All I knew going into Rhye’
s show at D.C.’s Sixth and I Synagogue (Jewish Rhye lol) was that I was about to see a band that strictly forbade photography, whose male lead singer sounds uncannily like Sade and put out an album called Woman
, and whose music was straight up sex. Black and white photos of bare female backs and smooth necklines swirled through my head. It was hard to know how this would all materialize.
At a glance, Rhye’s preference for anonymity emits an air of pretension. Some bands make calculated strides toward the shadows to foster a mysterious image by avoiding having one at all. They want people asking questions, awestruck by the lack of answers. After witnessing Rhye’s live show, though, it is plain to see that Rhye doesn’t mind this perceived enigma cracking open. What they strive for instead, is the ability to sing about sex and love, while relatively removed from the confines of image, fashion, and gender roles. They want to do sex some justice. They want to remove distraction. They sing in the dark.
When Mike Milosh cooed, “I’m a fool for that shake in your thighs,” it seeped out into building’s cavernous dome like a heavy mist through a crack in a wall. There was no sign of irony there, no tongue in cheek pseudo swagger, nothing but silhouettes set against somber red lighting and flickering candles. Similarly, when he whisper-howled his appeal, “make love to me,” he expressed what felt like a real feeling (his wife was actually sitting directly in front of him in the first row, so you never know). The space filled with the sparse but inviting sounds of a group of tight musicians simply playing their music well, whilst saying beautiful things. What more did we need to see?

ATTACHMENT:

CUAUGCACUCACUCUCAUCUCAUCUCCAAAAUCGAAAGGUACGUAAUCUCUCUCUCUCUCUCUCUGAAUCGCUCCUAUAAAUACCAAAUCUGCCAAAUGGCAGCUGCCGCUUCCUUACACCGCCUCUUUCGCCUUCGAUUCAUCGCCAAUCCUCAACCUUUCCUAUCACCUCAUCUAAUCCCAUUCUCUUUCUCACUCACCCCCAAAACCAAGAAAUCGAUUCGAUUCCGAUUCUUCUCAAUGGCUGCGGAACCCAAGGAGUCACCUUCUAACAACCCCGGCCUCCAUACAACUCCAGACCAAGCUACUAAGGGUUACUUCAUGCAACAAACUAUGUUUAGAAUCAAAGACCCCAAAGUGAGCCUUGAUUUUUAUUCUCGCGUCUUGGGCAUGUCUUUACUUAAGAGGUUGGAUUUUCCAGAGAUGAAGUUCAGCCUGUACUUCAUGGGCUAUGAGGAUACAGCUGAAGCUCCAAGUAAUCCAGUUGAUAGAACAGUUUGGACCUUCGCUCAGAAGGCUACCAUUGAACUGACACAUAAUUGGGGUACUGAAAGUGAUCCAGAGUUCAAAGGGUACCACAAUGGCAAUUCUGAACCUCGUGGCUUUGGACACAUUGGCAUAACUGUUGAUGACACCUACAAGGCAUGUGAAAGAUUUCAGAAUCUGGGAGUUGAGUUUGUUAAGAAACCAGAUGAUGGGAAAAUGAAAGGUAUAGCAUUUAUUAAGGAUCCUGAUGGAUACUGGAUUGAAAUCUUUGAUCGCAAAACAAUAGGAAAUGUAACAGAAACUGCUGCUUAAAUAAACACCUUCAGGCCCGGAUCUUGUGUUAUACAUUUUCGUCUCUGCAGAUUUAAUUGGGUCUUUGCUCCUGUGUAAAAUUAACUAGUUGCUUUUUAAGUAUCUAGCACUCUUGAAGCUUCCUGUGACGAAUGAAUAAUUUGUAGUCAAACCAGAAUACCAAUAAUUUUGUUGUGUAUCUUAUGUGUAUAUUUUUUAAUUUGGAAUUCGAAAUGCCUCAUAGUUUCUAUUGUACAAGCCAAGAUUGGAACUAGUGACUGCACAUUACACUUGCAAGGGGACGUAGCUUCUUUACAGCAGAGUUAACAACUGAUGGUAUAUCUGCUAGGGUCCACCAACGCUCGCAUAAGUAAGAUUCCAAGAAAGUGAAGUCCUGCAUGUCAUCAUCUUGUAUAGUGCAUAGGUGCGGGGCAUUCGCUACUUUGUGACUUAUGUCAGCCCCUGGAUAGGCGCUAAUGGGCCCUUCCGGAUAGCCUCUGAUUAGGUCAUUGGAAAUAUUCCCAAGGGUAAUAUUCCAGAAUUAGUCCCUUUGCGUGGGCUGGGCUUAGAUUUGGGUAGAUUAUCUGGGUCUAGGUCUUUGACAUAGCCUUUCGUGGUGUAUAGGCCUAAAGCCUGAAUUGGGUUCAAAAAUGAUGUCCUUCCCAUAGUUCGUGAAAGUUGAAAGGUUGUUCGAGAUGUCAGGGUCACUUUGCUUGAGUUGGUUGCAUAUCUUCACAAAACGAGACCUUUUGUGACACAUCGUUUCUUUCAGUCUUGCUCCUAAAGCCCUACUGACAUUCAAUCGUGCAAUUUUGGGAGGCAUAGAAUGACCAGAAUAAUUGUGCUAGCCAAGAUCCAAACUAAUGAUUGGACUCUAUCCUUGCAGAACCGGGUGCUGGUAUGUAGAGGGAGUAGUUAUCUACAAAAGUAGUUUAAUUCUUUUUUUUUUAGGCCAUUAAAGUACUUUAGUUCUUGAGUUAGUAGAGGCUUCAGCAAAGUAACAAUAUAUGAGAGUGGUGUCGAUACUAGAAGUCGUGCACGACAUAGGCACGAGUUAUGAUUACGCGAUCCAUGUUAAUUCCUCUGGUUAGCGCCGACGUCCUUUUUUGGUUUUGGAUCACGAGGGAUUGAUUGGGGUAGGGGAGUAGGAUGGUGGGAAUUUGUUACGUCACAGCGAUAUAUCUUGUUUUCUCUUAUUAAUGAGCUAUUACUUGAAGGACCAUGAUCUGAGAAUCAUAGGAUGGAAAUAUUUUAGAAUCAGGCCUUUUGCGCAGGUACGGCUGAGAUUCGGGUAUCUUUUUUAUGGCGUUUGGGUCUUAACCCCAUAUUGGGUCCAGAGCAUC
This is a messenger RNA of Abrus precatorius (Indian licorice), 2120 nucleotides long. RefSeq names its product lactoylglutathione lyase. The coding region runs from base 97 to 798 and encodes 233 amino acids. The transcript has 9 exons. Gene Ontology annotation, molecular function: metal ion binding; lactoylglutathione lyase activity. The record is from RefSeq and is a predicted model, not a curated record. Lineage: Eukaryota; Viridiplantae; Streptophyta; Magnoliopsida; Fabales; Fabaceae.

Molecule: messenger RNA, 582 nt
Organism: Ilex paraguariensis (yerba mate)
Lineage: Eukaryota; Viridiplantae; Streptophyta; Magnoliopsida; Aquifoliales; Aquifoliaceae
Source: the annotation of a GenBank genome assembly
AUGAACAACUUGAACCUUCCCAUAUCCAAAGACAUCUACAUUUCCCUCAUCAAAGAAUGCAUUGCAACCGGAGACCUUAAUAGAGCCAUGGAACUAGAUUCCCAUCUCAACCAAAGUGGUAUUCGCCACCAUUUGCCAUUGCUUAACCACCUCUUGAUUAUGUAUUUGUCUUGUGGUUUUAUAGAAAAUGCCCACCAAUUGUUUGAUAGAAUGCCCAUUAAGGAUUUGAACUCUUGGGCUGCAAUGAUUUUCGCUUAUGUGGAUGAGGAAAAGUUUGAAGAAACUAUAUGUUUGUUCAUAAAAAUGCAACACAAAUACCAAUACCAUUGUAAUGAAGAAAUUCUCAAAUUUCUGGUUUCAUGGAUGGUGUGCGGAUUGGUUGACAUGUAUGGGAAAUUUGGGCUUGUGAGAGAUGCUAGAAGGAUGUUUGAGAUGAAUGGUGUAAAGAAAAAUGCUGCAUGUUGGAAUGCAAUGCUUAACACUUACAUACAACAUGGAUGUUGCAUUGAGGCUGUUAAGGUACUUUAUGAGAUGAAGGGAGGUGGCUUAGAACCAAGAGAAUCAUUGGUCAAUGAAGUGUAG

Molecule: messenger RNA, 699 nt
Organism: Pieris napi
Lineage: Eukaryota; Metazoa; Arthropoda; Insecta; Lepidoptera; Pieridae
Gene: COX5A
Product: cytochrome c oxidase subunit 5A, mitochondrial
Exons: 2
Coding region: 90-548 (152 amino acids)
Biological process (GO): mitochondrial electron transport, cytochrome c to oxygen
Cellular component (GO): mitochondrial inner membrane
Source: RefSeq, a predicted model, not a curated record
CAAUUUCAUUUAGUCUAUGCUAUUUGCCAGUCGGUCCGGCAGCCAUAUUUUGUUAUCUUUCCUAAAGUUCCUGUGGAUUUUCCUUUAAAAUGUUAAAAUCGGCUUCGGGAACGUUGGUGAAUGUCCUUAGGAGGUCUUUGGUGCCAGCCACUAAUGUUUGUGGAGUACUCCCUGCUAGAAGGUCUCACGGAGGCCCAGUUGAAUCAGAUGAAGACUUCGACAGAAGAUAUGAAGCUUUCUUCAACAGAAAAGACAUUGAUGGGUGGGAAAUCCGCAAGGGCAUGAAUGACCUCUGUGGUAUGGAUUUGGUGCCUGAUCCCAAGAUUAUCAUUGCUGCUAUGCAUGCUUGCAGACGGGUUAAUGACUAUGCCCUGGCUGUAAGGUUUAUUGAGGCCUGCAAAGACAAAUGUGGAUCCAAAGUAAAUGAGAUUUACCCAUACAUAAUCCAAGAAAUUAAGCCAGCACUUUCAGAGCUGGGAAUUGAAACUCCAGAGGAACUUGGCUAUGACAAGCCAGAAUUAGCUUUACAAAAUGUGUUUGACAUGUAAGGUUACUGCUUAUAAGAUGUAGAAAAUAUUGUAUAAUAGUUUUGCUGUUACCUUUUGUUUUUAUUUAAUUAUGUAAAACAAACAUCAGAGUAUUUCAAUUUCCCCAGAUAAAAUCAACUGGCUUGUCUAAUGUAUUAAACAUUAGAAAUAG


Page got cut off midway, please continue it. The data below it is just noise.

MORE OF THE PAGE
Lines like “we got three days to feel each other” felt like genuine fragments of somebody’s life bottled up and personally delivered to us — documentation of a heart-tugging moment when there was only so much time to love a person before they had to pick up and leave. The complexity sounded simple enough to understand through Milosh’s vapor trail of a hum. It was gorgeous.
What’s more, Milosh was so genuinely fond of his audience, and so talkative, that there was no doubting his sincerity. To believe these people gave any amount of shit about their inscrutable image would be to willfully ignore the experience. When not seducing his way through a spacious maze of sultry funk, Milosh jested about the band’s lack of material. He repeatedly apologized for the set’s brevity, at times literally discussing how he would try to extend the songs in the midst of extending them (in one instance he even sang a narrative about an unfolding jam). It was rather adorable.
Milosh was verbally in awe of his amazing band — a cellist, violinist, drummer, bassist, and duo-partner Robin Hannibal on keys. Together they orchestrated Quiet Storm R&B, propulsive funk, and even a little bit of free-jazz at one instance. At each song’s end, Milosh’s darkened frame seemed to express sincere gratitude for it all. Then, after 50 short minutes, they all took a step back, and repeatedly sang the words “it’s over” in perfect five-part harmony into the empty air, quieting down until the lull evaporated.